An analysis of these examples points to the fact that the confidence of our network in predicting the thin members decreases as the number of forces and the domain resolution increases. This behavior is consistent with the behavior observed by all image-based machine learning algorithms, including all data-driven topology optimization algorithms. Given the documented limitations of extrapolating approximations of non-linear functions outside of their sampled domain, the published data-driven algorithms for topology optimization show a limited ability to generalize outside of their sampled domain and our experiments show that GANTL outperforms the state of the art algorithm in terms of generalization abilities. Specifically, the topological patterns learned by GANTL from training data using a single external force on rectangular domains allow the network to continue to produce meaningful predictions as the number of external forces increases and as the geometry of the domain changes, which is something that no other published data driven algorithm has shown.

Motivated by these observations, we also proposed a novel and promising alternative for stimulating the topological connectivity of the predictions produced by the network by constructing a custom loss function that correlates the persistence diagram of the ground truth with that of the prediction. We showed that this novel topology-aware loss function adequately promotes those predictions that are topologically similar with the topology of the ground truth and results in predictions with a significant improvement in terms of the connectivity of the predicted structural members. We posit here that enforcing topological properties of the optimal structures predicted by GANTL can be achieved by developing specialized loss functions that integrate appropriate topological measures. However, a detailed investigation of these important aspects is outside the scope of this paper.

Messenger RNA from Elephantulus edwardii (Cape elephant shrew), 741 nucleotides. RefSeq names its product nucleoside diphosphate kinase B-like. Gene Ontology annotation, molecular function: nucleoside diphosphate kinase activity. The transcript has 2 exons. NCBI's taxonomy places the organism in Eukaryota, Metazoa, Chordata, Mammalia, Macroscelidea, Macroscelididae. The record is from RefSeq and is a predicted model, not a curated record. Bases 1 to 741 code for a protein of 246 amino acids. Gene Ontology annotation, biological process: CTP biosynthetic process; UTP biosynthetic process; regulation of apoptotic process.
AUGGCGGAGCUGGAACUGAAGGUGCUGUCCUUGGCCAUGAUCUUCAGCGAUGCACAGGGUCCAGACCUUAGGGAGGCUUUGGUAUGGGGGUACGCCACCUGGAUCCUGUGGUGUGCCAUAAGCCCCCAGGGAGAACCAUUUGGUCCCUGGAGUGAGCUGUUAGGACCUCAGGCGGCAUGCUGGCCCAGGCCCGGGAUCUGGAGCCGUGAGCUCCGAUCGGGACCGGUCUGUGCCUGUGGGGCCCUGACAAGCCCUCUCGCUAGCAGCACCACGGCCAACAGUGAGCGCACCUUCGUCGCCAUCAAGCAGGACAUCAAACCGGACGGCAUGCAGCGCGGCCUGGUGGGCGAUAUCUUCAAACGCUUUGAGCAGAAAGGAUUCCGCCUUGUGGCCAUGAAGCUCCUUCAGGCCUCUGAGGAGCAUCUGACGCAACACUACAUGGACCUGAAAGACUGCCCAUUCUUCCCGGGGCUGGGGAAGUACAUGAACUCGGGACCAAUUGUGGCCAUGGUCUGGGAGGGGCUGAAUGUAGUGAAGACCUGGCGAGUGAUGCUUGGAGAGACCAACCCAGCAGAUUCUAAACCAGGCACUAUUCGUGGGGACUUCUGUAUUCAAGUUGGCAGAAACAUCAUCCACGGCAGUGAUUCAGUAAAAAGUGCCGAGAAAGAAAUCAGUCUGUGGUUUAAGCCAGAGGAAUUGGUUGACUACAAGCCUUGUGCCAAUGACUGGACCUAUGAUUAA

Training GANs can be notoriously difficult, as discussed earlier, and our network is no exception. We addressed these challenges by employing the binary cross-entropy (BCE) with the logistic unit (logits) rather than using BCE alone. This modification helps the discriminator avoid loss values that are near zero and consequently improve GAN’s stability.

One key limitation in promoting predictions with topological properties that are similar to those of the ground truth structures is the added computational overhead of the topology-aware loss function. To compute this loss function, we have to compute the persistence diagrams of all ground truth structures and of the corresponding predicted structures, as well as their pairwise bottleneck distance. This, in turn, significantly increased the training time of our GAN model, although it was computed only once for the training set.

As we demonstrated in Ref. [10], transfer learning not only significantly reduces the size of the dataset required to train the networks but also improves the generalization ability of the deep learning models as long as the target network is fine-tuned with domains and boundary conditions that are not part the training dataset of the source model. Importantly, by combining the generative power of GANs with the knowledge reuse of transfer learning, we train both the source and target networks only once and therefore eliminate the need to fine-tune the target network every time we want to explore new boundary conditions. This is a critical feature of the proposed GANTL that significantly reduces the training time and directly improves the practicality of the approach for design space explorations.

To the best of our knowledge, this is the first attempt to combine transfer learning with generative adversarial networks in the area of topology optimization. Furthermore, our proposed topology-aware loss function pioneers further integration of powerful topological measures into the TO predictions made by machine learning algorithms, which will eventually lead to practical, powerful, and interactive design exploration tools with topology optimization.

## Footnotes

Neural network-based models have very recently been developed to solve one of the most difficult open pattern matching problems in science today, namely that of protein folding structure prediction [7] with impressive results.

Informally, topological connectivity can be defined in terms of “one-sided” structural branches that do not serve as load paths. The concept can be formalized in terms of graph cycles of the associated graphs [8].

The *k*th Betti number captures the number of *k*-dimensional holes on a topological surface.

## Acknowledgment

This work was supported in part by the National Science Foundation grants IIS-1526249 and CMMI-1635103. The responsibility for any errors and omissions lies solely with the authors.

## Conflict of Interest

There are no conflicts of interest.